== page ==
The authors have recognized that adjuvant intravesical BCG was underutilized when considering NMIBC guidelines, as well as the inherent limitations related to the study design concerning selection bias, inconsistencies in surgical skills, follow-ups, clinical interpretations, pathological diagnosis, adjuvant intravesical therapy criteria, dosage and scheme that were not consistent and depended on the physician’s decision (2).

Though still an open question, challenged by the relative rarity of UTUC, one might interpret the Miyake et al. results as supportive of not significant different response to intravesical BCG between UTUC-NMIBC and primary NMIBC, to be revisited in bigger cohorts, different ethnicities, and better-controlled studies. Such intriguing interrogation is fueled by the diverse natural history of UTUC and bladder cancer, certainly beyond the mono- and oligo-clonal paradox. A clear definition of distinct clinical, etiological, epidemiological and genetic urothelial entities is still controversial and warrants further understanding, despite many similarities (6).


Acknowledgements

None.


Footnote

Conflicts of Interest: The author has no conflicts of interest to declare.


References

  1. Miyake H, Hara I, Kamidono S, et al. Multifocal transitional cell carcinoma of the bladder and upper urinary tract: molecular screening of clonal origin by characterizing CD44 alternative splicing patterns. J Urol 2004;172:1127-9. [Crossref] [PubMed]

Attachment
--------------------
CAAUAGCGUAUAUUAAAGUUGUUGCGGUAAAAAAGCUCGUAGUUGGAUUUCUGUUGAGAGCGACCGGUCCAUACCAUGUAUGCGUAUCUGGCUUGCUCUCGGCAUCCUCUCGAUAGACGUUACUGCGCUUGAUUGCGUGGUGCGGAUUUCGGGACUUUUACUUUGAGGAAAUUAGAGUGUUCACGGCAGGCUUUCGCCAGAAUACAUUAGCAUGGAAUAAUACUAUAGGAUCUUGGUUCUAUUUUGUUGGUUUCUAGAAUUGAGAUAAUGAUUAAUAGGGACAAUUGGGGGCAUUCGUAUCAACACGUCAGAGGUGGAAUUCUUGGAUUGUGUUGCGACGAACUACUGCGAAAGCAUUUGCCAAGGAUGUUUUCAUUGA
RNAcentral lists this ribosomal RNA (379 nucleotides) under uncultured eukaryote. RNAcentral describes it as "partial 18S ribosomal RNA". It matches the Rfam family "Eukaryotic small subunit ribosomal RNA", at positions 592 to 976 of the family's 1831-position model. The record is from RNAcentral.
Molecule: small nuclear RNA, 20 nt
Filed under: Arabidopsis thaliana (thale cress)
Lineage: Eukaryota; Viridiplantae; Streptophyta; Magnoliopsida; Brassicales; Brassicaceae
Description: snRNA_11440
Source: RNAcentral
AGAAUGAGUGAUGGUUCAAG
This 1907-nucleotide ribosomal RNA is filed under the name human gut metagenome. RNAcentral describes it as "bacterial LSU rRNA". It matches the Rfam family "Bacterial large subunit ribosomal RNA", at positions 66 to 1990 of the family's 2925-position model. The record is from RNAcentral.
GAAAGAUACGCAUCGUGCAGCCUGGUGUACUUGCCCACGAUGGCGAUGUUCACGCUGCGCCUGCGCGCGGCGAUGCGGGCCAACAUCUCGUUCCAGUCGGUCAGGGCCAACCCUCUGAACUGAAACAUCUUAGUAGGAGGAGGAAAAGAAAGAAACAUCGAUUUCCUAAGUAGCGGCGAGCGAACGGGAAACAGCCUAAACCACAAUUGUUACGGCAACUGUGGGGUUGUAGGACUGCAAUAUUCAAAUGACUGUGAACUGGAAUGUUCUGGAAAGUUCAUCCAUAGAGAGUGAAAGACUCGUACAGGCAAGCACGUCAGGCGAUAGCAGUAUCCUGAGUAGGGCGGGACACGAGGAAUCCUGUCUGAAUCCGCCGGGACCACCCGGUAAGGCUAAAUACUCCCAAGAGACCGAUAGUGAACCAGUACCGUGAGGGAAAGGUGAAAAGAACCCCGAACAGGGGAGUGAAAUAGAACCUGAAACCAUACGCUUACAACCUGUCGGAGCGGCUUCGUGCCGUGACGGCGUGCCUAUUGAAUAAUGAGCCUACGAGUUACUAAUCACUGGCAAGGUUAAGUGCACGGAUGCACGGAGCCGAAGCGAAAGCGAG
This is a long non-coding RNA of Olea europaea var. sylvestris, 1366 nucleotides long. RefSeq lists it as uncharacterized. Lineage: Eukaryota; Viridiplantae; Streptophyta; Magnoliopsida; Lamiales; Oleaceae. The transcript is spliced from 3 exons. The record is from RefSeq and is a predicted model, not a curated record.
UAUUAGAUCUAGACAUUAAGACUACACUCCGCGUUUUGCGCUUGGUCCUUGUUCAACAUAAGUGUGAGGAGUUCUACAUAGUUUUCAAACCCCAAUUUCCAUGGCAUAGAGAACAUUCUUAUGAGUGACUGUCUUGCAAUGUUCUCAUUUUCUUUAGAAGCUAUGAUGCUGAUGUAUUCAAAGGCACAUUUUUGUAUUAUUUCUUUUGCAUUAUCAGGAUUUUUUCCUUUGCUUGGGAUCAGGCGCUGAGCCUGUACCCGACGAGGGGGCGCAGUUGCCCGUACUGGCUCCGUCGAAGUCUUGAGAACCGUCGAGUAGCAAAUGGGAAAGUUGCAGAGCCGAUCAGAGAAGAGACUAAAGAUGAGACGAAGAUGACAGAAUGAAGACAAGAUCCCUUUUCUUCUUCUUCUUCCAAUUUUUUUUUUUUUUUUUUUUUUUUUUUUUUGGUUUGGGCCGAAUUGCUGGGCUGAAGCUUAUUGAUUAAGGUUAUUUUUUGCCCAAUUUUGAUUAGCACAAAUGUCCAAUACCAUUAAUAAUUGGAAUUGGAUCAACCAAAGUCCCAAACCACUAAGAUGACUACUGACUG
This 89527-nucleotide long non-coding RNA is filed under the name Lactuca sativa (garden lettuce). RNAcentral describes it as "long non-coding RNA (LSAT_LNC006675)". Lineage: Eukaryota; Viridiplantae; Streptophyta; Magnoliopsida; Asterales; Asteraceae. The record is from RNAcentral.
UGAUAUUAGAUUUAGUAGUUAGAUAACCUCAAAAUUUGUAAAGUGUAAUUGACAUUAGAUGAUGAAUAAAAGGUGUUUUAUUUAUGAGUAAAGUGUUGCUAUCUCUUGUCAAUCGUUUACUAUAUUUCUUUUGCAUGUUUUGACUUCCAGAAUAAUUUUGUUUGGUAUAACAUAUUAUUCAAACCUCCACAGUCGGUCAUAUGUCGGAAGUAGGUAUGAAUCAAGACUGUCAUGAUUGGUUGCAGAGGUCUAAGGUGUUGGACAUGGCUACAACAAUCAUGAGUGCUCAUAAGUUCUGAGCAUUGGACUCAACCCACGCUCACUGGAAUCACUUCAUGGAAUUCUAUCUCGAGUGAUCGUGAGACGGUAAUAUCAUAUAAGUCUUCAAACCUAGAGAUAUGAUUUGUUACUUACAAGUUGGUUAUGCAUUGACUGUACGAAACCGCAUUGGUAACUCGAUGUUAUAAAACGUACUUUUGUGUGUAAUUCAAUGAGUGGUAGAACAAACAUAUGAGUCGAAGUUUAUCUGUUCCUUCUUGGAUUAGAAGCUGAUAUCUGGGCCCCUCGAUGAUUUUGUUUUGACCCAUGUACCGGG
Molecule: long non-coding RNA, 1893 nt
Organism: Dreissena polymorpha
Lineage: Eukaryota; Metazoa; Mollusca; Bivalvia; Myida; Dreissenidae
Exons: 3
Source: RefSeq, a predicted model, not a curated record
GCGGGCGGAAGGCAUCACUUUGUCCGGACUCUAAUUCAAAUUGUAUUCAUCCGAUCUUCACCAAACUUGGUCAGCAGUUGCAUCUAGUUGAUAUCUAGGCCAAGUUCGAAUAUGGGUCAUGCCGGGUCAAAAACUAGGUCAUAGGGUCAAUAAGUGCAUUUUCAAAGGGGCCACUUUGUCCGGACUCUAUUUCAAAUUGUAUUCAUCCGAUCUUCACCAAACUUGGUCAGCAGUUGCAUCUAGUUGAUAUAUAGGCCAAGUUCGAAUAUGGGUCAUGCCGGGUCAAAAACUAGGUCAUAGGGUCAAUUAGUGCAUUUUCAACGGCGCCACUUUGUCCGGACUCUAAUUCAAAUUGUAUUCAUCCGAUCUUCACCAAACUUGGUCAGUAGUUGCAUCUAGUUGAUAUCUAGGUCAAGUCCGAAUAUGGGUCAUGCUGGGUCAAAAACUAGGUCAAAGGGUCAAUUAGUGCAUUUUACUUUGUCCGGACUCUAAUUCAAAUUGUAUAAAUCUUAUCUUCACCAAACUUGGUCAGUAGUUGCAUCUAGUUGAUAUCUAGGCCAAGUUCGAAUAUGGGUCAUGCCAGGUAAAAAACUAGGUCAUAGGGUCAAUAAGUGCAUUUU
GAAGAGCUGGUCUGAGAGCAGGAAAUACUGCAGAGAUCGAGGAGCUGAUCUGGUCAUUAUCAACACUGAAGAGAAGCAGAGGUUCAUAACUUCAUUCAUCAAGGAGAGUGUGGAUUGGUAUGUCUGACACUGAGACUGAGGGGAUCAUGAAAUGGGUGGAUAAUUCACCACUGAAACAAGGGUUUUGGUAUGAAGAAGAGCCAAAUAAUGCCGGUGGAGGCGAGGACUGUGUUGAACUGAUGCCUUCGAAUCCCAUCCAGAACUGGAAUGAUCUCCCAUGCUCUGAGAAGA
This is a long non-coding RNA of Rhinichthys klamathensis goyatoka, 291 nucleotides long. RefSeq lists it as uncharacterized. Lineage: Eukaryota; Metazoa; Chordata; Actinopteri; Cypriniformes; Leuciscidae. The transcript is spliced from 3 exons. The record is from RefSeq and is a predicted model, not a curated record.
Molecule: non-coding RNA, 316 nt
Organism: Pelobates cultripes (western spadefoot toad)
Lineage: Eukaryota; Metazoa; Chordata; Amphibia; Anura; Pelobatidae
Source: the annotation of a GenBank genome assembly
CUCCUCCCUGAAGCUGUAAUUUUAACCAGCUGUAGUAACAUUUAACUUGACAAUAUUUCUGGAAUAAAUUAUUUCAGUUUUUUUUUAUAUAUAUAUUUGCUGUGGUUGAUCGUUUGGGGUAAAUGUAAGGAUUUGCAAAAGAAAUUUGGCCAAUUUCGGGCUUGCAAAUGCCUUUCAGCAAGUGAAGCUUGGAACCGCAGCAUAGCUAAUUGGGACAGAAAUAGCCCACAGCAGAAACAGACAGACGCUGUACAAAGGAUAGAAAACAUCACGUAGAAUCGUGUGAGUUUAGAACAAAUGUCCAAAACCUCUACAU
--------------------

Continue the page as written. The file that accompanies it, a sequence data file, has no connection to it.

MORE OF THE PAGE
2. Miyake M, Tatsumi Y, Matsumoto H, et al. Outcomes of subsequent non-muscle-invasive bladder cancer treated with intravesical Bacillus Calmette-Gue_rin after radical nephroureterectomy for upper urinary tract urothelial carcinoma. BJU Int 2018;121:764-73. [Crossref] [PubMed]
  3. Hagiwara M, Kikuchi E, Tanaka N, et al. Impact of smoking status on bladder tumor recurrence after radical nephroureterectomy for upper tract urothelial carcinoma. J Urol 2013;189:2062-8. [Crossref] [PubMed]
  4. Xylinas E, Kluth LA, Rieken M, et al. Impact of smoking status and cumulative exposure on intravesical recurrence of upper tract urothelial carcinoma after radical nephroureterectomy. BJU Int 2014;114:56-61. [Crossref] [PubMed]
  5. Sylvester RJ, Oosterlinck W, Holmang S, et al. Systematic Review and Individual Patient Data Meta-analysis of Randomized Trials Comparing a Single Immediate Instillation of Chemotherapy After Transurethral Resection with Transurethral Resection Alone in Patients with Stage pTa-pT1 Urothelial Carcinoma of the Bladder: Which Patients Benefit from the Instillation? Eur Urol 2016;69:231-44. [Crossref] [PubMed]
  6. Catto JW, Yates DR, Rehman I, et al. Behavior of urothelial carcinoma with respect to anatomical location. J Urol 2007;177:1715-20. [Crossref] [PubMed]
Cite this article as: Reis LO. Are all metachronous multifocal urothelial carcinoma created equal? Transl Androl Urol 2018;7(Suppl 2):S238-S239. doi: 10.21037/tau.2018.05.13